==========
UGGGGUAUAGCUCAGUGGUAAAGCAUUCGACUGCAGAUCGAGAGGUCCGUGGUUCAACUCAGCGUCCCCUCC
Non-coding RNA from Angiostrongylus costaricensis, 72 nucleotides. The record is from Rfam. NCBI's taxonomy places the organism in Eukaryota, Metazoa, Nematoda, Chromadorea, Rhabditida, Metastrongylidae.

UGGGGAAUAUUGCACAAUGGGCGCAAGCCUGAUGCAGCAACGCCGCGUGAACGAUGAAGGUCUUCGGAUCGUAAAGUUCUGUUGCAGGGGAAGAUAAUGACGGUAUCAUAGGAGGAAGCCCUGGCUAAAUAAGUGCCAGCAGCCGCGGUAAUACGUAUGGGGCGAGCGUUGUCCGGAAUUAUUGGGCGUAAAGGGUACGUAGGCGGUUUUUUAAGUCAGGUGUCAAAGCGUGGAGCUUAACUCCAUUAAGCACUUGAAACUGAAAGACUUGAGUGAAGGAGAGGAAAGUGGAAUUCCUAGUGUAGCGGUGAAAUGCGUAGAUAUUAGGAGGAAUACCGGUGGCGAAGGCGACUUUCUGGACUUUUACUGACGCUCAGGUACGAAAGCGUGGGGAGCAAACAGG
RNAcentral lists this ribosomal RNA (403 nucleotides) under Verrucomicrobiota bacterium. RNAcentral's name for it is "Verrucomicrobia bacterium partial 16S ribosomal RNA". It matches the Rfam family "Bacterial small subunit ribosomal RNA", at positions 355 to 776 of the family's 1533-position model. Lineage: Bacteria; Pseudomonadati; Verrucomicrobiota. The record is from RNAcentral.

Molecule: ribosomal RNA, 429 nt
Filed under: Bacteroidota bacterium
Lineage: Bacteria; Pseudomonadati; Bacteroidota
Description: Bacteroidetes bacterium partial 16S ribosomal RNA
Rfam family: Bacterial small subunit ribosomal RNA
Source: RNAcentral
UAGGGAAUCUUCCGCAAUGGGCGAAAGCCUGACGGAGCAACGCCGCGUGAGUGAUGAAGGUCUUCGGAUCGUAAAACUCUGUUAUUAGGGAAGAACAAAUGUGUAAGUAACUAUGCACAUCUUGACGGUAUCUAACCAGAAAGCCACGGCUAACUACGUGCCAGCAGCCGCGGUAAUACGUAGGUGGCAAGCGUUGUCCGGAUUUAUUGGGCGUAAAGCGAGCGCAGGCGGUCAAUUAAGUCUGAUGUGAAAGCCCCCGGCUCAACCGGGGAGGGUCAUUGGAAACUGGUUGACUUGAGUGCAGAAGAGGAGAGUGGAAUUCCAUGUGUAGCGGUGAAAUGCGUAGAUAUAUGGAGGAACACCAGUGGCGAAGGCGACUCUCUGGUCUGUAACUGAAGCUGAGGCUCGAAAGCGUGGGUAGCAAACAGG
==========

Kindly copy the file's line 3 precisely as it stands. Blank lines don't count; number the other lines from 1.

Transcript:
UGGGGAAUAUUGCACAAUGGGCGCAAGCCUGAUGCAGCAACGCCGCGUGAACGAUGAAGGUCUUCGGAUCGUAAAGUUCUGUUGCAGGGGAAGAUAAUGACGGUAUCAUAGGAGGAAGCCCUGGCUAAAUAAGUGCCAGCAGCCGCGGUAAUACGUAUGGGGCGAGCGUUGUCCGGAAUUAUUGGGCGUAAAGGGUACGUAGGCGGUUUUUUAAGUCAGGUGUCAAAGCGUGGAGCUUAACUCCAUUAAGCACUUGAAACUGAAAGACUUGAGUGAAGGAGAGGAAAGUGGAAUUCCUAGUGUAGCGGUGAAAUGCGUAGAUAUUAGGAGGAAUACCGGUGGCGAAGGCGACUUUCUGGACUUUUACUGACGCUCAGGUACGAAAGCGUGGGGAGCAAACAGG